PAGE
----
This distance (ignoring the word "about" in the phrase "about 26 miles plus 385 yards on the track") eventually became the origin of the modern Marathon distance of "no less than 42.195 km".
According to the book The Marathon Makers by John Bryant, the first mile of the 1908 Olympic Marathon course was remeasured by John Disley in the late 1990s and was found to be 174 yards (159 m) short.
The official report lists the leaders at each mile from the fourth to the twenty-fourth: Thomas Jack (miles 4–5); Frederick Lord (miles 6–14); Charles Hefferon (miles 15–24). Dorando Pietri of Italy caught Hefferon and sped up between Old Oak Common Lane and Wormwood Scrubs. He was the first to enter the stadium, but was already exhausted, and the most famous incident of the entire Games ensued.
Pietri turned the wrong way onto the track, and after turning round, collapsed several times as he progressed. Not far from the finish-line, two of the officials — Jack Andrew, the clerk of the course; and Dr Michael Bulger of the Irish Amateur Athletic Association, the chief medical officer that day — went to his aid. As a consequence the runner-up, American Johnny Hayes protested, leading to Pietri's disqualification.
These were the standing world and Olympic records (in hours) prior to the 1908 Summer Olympics.
|Olympic Record||2:58:50(*)||Spiridon Louis||Athens (GRE)||10 April 1896 (NS)|
|2:51:23.6(**)||William Sherring||Athens (GRE)||1 May 1906 (NS)|
(*) distance 40.0 km
(**) distance 41.86 km
Johnny Hayes set a new Olympic record with 2:55:18.4 hours.
27 runners finished the marathon legally, though Dorando Pietri's (disqualified) performance was perhaps the most applauded; his finishing time was 2:54:46.4 hours, half a minute ahead of the winner.
The dramatic finish of the 1908 Olympic marathon led to worldwide marathon fever. In a postcard sent at the time, an American spectator said he had "just seen the greatest race of the century." Since Pietri himself had not been responsible for his disqualification Queen Alexandra the next day awarded him a gold or silver-gilt cup in recognition of his achievement.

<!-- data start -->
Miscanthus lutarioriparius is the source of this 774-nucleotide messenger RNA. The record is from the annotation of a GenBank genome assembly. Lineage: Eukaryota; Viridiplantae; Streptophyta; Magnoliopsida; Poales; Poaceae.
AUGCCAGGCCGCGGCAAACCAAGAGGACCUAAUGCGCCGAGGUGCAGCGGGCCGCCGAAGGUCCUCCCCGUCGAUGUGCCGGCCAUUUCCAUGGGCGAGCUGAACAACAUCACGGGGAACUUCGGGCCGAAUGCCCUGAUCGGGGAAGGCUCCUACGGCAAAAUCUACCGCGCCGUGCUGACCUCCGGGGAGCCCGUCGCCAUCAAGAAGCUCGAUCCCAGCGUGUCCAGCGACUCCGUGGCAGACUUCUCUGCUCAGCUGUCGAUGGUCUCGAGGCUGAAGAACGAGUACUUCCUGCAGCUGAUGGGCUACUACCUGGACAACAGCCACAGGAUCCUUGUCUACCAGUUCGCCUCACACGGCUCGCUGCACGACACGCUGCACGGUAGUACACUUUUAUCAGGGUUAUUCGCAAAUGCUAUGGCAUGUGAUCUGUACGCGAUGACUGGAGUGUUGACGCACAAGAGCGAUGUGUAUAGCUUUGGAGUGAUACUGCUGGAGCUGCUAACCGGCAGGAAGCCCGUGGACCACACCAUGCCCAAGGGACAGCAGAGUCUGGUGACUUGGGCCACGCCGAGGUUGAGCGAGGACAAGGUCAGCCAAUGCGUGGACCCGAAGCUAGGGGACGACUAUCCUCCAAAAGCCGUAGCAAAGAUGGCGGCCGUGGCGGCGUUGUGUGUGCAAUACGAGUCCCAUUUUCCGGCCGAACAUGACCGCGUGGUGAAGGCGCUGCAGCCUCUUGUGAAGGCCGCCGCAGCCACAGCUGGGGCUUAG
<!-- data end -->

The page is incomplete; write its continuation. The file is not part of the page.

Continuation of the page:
Pietri and Hayes both turned professional and there were several re-matches over the distance of 26 miles 385 yards. Many other marathons adopted that distance, including the important Polytechnic Marathon. The IAAF minutes are reportedly silent as to the reason the 26 miles 385 yards (42.195 km) was chosen in 1921, so any conclusion must be speculative, but regardless of any possible emotional attachment to the distance of the "race of the century", the London 1908 distance had established itself worldwide by that time.
Marathons became an annual event in London following the 1908 Olympics. The Polytechnic Marathon was held each year until 1996.
Il sogno del maratoneta is an Italian book and TV movie about Pietri's run.
- Burnton, Simon (29 February 2012). "Dorando Pietri's marathon, 1908". 50 stunning Olympic moments. London: The Guardian. Retrieved 10 August 2012.
- "Athletics at the 1908 London Summer Games: Men's Marathon". sports-reference.com. Retrieved 22 July 2017.
- British Olympic Council Minutes[non-primary source needed]
- "From Windsor Castle to White City: The 1908 Olympic Marathon Route" (PDF).
- "1907/1908 sketch map of the marathon route". The National Archives, London.
- Bob Wilcock, The 1908 Olympic Marathon, Journal of Olympic History, Volume 16 Issue 1, March 2008
- Cook, Theodore Andrea (1909). "Chapter IV. The Olympic Games of 1908. Athletics. XI.—The marathon race." (PDF). The Fourth Olympiad. Official Reports of Olympics. IV. British Olympic Association. pp. 68–84.
- The Princess of Wales' private diary[non-primary source needed] and press reports[specify]
- Longman, Jeré (20 April 2012). "The Marathon’s Random Route to Its Length". On Olympics. The New York Times.
- Bob Wilcock, "The 1908 Olympic Games, the Great Stadium and the Marathon, a Pictorial Record" (2008 ISBN 978-0-9558236-0-2)[page needed]
- Martin & Gynn, "The Olympic Marathon" (2000 ISBN 0-88011-969-1)[page needed]